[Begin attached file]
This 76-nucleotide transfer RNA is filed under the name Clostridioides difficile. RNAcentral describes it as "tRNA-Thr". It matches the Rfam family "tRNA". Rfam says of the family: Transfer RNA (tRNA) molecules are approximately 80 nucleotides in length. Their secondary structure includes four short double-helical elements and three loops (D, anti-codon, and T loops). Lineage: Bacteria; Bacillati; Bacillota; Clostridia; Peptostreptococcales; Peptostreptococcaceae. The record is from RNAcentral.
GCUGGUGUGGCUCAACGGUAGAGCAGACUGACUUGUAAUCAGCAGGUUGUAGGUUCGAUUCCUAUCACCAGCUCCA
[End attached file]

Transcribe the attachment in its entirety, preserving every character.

This 76-nucleotide transfer RNA is filed under the name Clostridioides difficile. RNAcentral describes it as "tRNA-Thr". It matches the Rfam family "tRNA". Rfam says of the family: Transfer RNA (tRNA) molecules are approximately 80 nucleotides in length. Their secondary structure includes four short double-helical elements and three loops (D, anti-codon, and T loops). Lineage: Bacteria; Bacillati; Bacillota; Clostridia; Peptostreptococcales; Peptostreptococcaceae. The record is from RNAcentral.
GCUGGUGUGGCUCAACGGUAGAGCAGACUGACUUGUAAUCAGCAGGUUGUAGGUUCGAUUCCUAUCACCAGCUCCA